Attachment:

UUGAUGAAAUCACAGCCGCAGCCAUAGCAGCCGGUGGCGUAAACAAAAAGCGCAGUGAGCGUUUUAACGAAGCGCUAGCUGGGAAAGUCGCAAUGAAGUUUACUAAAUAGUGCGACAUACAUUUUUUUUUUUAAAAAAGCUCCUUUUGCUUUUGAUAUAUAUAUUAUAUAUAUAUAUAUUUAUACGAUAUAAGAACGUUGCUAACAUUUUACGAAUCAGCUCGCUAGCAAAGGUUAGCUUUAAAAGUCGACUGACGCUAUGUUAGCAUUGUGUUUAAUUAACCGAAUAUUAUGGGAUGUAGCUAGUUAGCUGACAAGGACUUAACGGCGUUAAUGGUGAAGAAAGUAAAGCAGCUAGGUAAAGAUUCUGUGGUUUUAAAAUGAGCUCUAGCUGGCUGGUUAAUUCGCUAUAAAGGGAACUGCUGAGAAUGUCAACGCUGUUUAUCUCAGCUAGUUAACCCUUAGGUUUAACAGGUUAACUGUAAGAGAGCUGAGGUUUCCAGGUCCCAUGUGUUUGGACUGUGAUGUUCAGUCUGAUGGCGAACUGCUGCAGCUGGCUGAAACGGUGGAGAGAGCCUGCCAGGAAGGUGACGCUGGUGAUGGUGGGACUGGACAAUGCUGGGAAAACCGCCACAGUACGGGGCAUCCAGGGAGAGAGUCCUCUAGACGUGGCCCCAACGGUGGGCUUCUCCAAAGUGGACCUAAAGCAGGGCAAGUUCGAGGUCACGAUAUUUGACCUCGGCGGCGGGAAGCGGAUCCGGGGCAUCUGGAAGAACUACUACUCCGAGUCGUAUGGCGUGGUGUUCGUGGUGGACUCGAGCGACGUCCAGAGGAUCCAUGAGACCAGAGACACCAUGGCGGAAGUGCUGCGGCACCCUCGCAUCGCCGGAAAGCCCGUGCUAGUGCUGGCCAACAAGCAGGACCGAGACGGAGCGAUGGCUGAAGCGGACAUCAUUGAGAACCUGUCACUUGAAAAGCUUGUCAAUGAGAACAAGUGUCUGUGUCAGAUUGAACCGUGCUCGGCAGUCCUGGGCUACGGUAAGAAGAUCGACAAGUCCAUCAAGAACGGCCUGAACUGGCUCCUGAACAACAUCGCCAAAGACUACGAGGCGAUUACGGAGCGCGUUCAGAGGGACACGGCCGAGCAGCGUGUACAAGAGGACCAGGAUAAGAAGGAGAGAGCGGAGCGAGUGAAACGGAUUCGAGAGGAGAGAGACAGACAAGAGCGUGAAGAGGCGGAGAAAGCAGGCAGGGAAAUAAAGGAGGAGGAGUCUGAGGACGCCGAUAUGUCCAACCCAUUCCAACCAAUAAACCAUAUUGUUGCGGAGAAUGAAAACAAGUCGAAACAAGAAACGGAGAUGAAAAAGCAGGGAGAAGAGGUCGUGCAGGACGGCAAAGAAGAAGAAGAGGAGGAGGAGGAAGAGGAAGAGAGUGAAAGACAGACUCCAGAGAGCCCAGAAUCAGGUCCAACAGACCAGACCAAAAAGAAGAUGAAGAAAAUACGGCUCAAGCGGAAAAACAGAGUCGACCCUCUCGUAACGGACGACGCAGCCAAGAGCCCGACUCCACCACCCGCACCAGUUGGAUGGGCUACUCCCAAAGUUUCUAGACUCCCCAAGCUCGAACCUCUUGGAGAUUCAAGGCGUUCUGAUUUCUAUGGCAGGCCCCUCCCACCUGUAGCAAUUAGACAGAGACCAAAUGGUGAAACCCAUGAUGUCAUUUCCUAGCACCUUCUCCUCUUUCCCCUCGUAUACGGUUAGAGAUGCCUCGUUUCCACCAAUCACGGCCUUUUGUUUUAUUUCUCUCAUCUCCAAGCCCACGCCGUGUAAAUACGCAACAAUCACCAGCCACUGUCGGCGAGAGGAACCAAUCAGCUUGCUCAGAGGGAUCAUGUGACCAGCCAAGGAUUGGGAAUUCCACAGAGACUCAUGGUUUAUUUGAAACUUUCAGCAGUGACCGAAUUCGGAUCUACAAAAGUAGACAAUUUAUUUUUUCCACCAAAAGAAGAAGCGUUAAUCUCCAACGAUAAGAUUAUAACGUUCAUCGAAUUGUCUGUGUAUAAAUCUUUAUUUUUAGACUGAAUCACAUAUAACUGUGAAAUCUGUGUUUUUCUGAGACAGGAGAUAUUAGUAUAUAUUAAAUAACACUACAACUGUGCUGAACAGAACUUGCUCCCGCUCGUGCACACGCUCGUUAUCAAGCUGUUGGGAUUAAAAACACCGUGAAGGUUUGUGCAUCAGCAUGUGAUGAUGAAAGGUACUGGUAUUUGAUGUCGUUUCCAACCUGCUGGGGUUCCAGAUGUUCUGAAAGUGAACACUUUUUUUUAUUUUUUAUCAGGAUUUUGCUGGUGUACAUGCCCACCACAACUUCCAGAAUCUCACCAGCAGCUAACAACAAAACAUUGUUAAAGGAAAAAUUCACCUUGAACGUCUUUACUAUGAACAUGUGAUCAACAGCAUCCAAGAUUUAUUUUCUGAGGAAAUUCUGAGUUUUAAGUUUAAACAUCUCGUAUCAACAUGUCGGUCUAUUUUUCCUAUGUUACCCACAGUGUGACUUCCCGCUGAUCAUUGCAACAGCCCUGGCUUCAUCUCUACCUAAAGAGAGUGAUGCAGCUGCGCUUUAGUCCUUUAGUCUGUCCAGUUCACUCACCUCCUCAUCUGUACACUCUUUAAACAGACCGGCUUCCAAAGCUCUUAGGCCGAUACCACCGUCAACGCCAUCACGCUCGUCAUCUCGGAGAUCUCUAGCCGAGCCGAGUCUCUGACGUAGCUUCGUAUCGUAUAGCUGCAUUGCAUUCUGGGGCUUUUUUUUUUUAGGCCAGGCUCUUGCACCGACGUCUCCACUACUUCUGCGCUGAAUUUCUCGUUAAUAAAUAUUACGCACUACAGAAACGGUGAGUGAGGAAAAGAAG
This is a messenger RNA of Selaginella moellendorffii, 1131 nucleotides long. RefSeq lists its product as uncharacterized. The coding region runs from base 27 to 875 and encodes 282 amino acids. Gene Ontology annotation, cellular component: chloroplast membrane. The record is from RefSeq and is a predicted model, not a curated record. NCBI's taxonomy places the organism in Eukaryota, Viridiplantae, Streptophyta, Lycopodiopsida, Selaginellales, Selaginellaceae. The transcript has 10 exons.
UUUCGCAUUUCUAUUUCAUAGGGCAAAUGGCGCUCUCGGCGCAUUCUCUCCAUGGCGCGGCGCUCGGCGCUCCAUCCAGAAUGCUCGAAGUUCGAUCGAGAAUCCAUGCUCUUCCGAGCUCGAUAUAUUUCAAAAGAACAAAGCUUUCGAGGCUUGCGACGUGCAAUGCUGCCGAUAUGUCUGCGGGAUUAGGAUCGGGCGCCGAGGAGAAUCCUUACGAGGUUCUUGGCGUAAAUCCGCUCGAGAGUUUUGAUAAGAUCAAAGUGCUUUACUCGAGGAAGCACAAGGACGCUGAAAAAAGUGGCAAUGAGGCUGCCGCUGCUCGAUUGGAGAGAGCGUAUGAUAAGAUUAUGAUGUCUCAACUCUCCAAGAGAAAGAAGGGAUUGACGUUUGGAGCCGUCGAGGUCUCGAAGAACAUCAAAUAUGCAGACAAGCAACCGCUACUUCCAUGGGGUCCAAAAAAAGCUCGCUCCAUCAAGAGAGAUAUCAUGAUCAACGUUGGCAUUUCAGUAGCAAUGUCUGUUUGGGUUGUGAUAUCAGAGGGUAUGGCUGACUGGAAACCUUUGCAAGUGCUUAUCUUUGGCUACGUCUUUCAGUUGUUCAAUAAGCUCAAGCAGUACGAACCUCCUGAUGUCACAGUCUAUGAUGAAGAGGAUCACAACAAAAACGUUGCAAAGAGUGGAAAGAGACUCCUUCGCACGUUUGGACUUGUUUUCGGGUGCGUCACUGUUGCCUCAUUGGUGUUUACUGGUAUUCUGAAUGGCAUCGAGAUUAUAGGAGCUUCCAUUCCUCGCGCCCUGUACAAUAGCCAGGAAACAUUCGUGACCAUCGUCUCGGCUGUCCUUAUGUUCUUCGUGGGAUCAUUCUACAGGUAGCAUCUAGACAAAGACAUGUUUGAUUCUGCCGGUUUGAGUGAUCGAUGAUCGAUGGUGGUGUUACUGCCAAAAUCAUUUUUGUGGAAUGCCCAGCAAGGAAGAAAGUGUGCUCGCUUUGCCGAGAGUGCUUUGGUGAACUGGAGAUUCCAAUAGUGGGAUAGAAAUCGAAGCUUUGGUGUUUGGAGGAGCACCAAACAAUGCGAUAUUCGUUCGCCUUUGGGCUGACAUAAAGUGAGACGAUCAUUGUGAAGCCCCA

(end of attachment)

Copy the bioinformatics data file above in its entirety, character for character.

UUGAUGAAAUCACAGCCGCAGCCAUAGCAGCCGGUGGCGUAAACAAAAAGCGCAGUGAGCGUUUUAACGAAGCGCUAGCUGGGAAAGUCGCAAUGAAGUUUACUAAAUAGUGCGACAUACAUUUUUUUUUUUAAAAAAGCUCCUUUUGCUUUUGAUAUAUAUAUUAUAUAUAUAUAUAUUUAUACGAUAUAAGAACGUUGCUAACAUUUUACGAAUCAGCUCGCUAGCAAAGGUUAGCUUUAAAAGUCGACUGACGCUAUGUUAGCAUUGUGUUUAAUUAACCGAAUAUUAUGGGAUGUAGCUAGUUAGCUGACAAGGACUUAACGGCGUUAAUGGUGAAGAAAGUAAAGCAGCUAGGUAAAGAUUCUGUGGUUUUAAAAUGAGCUCUAGCUGGCUGGUUAAUUCGCUAUAAAGGGAACUGCUGAGAAUGUCAACGCUGUUUAUCUCAGCUAGUUAACCCUUAGGUUUAACAGGUUAACUGUAAGAGAGCUGAGGUUUCCAGGUCCCAUGUGUUUGGACUGUGAUGUUCAGUCUGAUGGCGAACUGCUGCAGCUGGCUGAAACGGUGGAGAGAGCCUGCCAGGAAGGUGACGCUGGUGAUGGUGGGACUGGACAAUGCUGGGAAAACCGCCACAGUACGGGGCAUCCAGGGAGAGAGUCCUCUAGACGUGGCCCCAACGGUGGGCUUCUCCAAAGUGGACCUAAAGCAGGGCAAGUUCGAGGUCACGAUAUUUGACCUCGGCGGCGGGAAGCGGAUCCGGGGCAUCUGGAAGAACUACUACUCCGAGUCGUAUGGCGUGGUGUUCGUGGUGGACUCGAGCGACGUCCAGAGGAUCCAUGAGACCAGAGACACCAUGGCGGAAGUGCUGCGGCACCCUCGCAUCGCCGGAAAGCCCGUGCUAGUGCUGGCCAACAAGCAGGACCGAGACGGAGCGAUGGCUGAAGCGGACAUCAUUGAGAACCUGUCACUUGAAAAGCUUGUCAAUGAGAACAAGUGUCUGUGUCAGAUUGAACCGUGCUCGGCAGUCCUGGGCUACGGUAAGAAGAUCGACAAGUCCAUCAAGAACGGCCUGAACUGGCUCCUGAACAACAUCGCCAAAGACUACGAGGCGAUUACGGAGCGCGUUCAGAGGGACACGGCCGAGCAGCGUGUACAAGAGGACCAGGAUAAGAAGGAGAGAGCGGAGCGAGUGAAACGGAUUCGAGAGGAGAGAGACAGACAAGAGCGUGAAGAGGCGGAGAAAGCAGGCAGGGAAAUAAAGGAGGAGGAGUCUGAGGACGCCGAUAUGUCCAACCCAUUCCAACCAAUAAACCAUAUUGUUGCGGAGAAUGAAAACAAGUCGAAACAAGAAACGGAGAUGAAAAAGCAGGGAGAAGAGGUCGUGCAGGACGGCAAAGAAGAAGAAGAGGAGGAGGAGGAAGAGGAAGAGAGUGAAAGACAGACUCCAGAGAGCCCAGAAUCAGGUCCAACAGACCAGACCAAAAAGAAGAUGAAGAAAAUACGGCUCAAGCGGAAAAACAGAGUCGACCCUCUCGUAACGGACGACGCAGCCAAGAGCCCGACUCCACCACCCGCACCAGUUGGAUGGGCUACUCCCAAAGUUUCUAGACUCCCCAAGCUCGAACCUCUUGGAGAUUCAAGGCGUUCUGAUUUCUAUGGCAGGCCCCUCCCACCUGUAGCAAUUAGACAGAGACCAAAUGGUGAAACCCAUGAUGUCAUUUCCUAGCACCUUCUCCUCUUUCCCCUCGUAUACGGUUAGAGAUGCCUCGUUUCCACCAAUCACGGCCUUUUGUUUUAUUUCUCUCAUCUCCAAGCCCACGCCGUGUAAAUACGCAACAAUCACCAGCCACUGUCGGCGAGAGGAACCAAUCAGCUUGCUCAGAGGGAUCAUGUGACCAGCCAAGGAUUGGGAAUUCCACAGAGACUCAUGGUUUAUUUGAAACUUUCAGCAGUGACCGAAUUCGGAUCUACAAAAGUAGACAAUUUAUUUUUUCCACCAAAAGAAGAAGCGUUAAUCUCCAACGAUAAGAUUAUAACGUUCAUCGAAUUGUCUGUGUAUAAAUCUUUAUUUUUAGACUGAAUCACAUAUAACUGUGAAAUCUGUGUUUUUCUGAGACAGGAGAUAUUAGUAUAUAUUAAAUAACACUACAACUGUGCUGAACAGAACUUGCUCCCGCUCGUGCACACGCUCGUUAUCAAGCUGUUGGGAUUAAAAACACCGUGAAGGUUUGUGCAUCAGCAUGUGAUGAUGAAAGGUACUGGUAUUUGAUGUCGUUUCCAACCUGCUGGGGUUCCAGAUGUUCUGAAAGUGAACACUUUUUUUUAUUUUUUAUCAGGAUUUUGCUGGUGUACAUGCCCACCACAACUUCCAGAAUCUCACCAGCAGCUAACAACAAAACAUUGUUAAAGGAAAAAUUCACCUUGAACGUCUUUACUAUGAACAUGUGAUCAACAGCAUCCAAGAUUUAUUUUCUGAGGAAAUUCUGAGUUUUAAGUUUAAACAUCUCGUAUCAACAUGUCGGUCUAUUUUUCCUAUGUUACCCACAGUGUGACUUCCCGCUGAUCAUUGCAACAGCCCUGGCUUCAUCUCUACCUAAAGAGAGUGAUGCAGCUGCGCUUUAGUCCUUUAGUCUGUCCAGUUCACUCACCUCCUCAUCUGUACACUCUUUAAACAGACCGGCUUCCAAAGCUCUUAGGCCGAUACCACCGUCAACGCCAUCACGCUCGUCAUCUCGGAGAUCUCUAGCCGAGCCGAGUCUCUGACGUAGCUUCGUAUCGUAUAGCUGCAUUGCAUUCUGGGGCUUUUUUUUUUUAGGCCAGGCUCUUGCACCGACGUCUCCACUACUUCUGCGCUGAAUUUCUCGUUAAUAAAUAUUACGCACUACAGAAACGGUGAGUGAGGAAAAGAAG
This is a messenger RNA of Selaginella moellendorffii, 1131 nucleotides long. RefSeq lists its product as uncharacterized. The coding region runs from base 27 to 875 and encodes 282 amino acids. Gene Ontology annotation, cellular component: chloroplast membrane. The record is from RefSeq and is a predicted model, not a curated record. NCBI's taxonomy places the organism in Eukaryota, Viridiplantae, Streptophyta, Lycopodiopsida, Selaginellales, Selaginellaceae. The transcript has 10 exons.
UUUCGCAUUUCUAUUUCAUAGGGCAAAUGGCGCUCUCGGCGCAUUCUCUCCAUGGCGCGGCGCUCGGCGCUCCAUCCAGAAUGCUCGAAGUUCGAUCGAGAAUCCAUGCUCUUCCGAGCUCGAUAUAUUUCAAAAGAACAAAGCUUUCGAGGCUUGCGACGUGCAAUGCUGCCGAUAUGUCUGCGGGAUUAGGAUCGGGCGCCGAGGAGAAUCCUUACGAGGUUCUUGGCGUAAAUCCGCUCGAGAGUUUUGAUAAGAUCAAAGUGCUUUACUCGAGGAAGCACAAGGACGCUGAAAAAAGUGGCAAUGAGGCUGCCGCUGCUCGAUUGGAGAGAGCGUAUGAUAAGAUUAUGAUGUCUCAACUCUCCAAGAGAAAGAAGGGAUUGACGUUUGGAGCCGUCGAGGUCUCGAAGAACAUCAAAUAUGCAGACAAGCAACCGCUACUUCCAUGGGGUCCAAAAAAAGCUCGCUCCAUCAAGAGAGAUAUCAUGAUCAACGUUGGCAUUUCAGUAGCAAUGUCUGUUUGGGUUGUGAUAUCAGAGGGUAUGGCUGACUGGAAACCUUUGCAAGUGCUUAUCUUUGGCUACGUCUUUCAGUUGUUCAAUAAGCUCAAGCAGUACGAACCUCCUGAUGUCACAGUCUAUGAUGAAGAGGAUCACAACAAAAACGUUGCAAAGAGUGGAAAGAGACUCCUUCGCACGUUUGGACUUGUUUUCGGGUGCGUCACUGUUGCCUCAUUGGUGUUUACUGGUAUUCUGAAUGGCAUCGAGAUUAUAGGAGCUUCCAUUCCUCGCGCCCUGUACAAUAGCCAGGAAACAUUCGUGACCAUCGUCUCGGCUGUCCUUAUGUUCUUCGUGGGAUCAUUCUACAGGUAGCAUCUAGACAAAGACAUGUUUGAUUCUGCCGGUUUGAGUGAUCGAUGAUCGAUGGUGGUGUUACUGCCAAAAUCAUUUUUGUGGAAUGCCCAGCAAGGAAGAAAGUGUGCUCGCUUUGCCGAGAGUGCUUUGGUGAACUGGAGAUUCCAAUAGUGGGAUAGAAAUCGAAGCUUUGGUGUUUGGAGGAGCACCAAACAAUGCGAUAUUCGUUCGCCUUUGGGCUGACAUAAAGUGAGACGAUCAUUGUGAAGCCCCA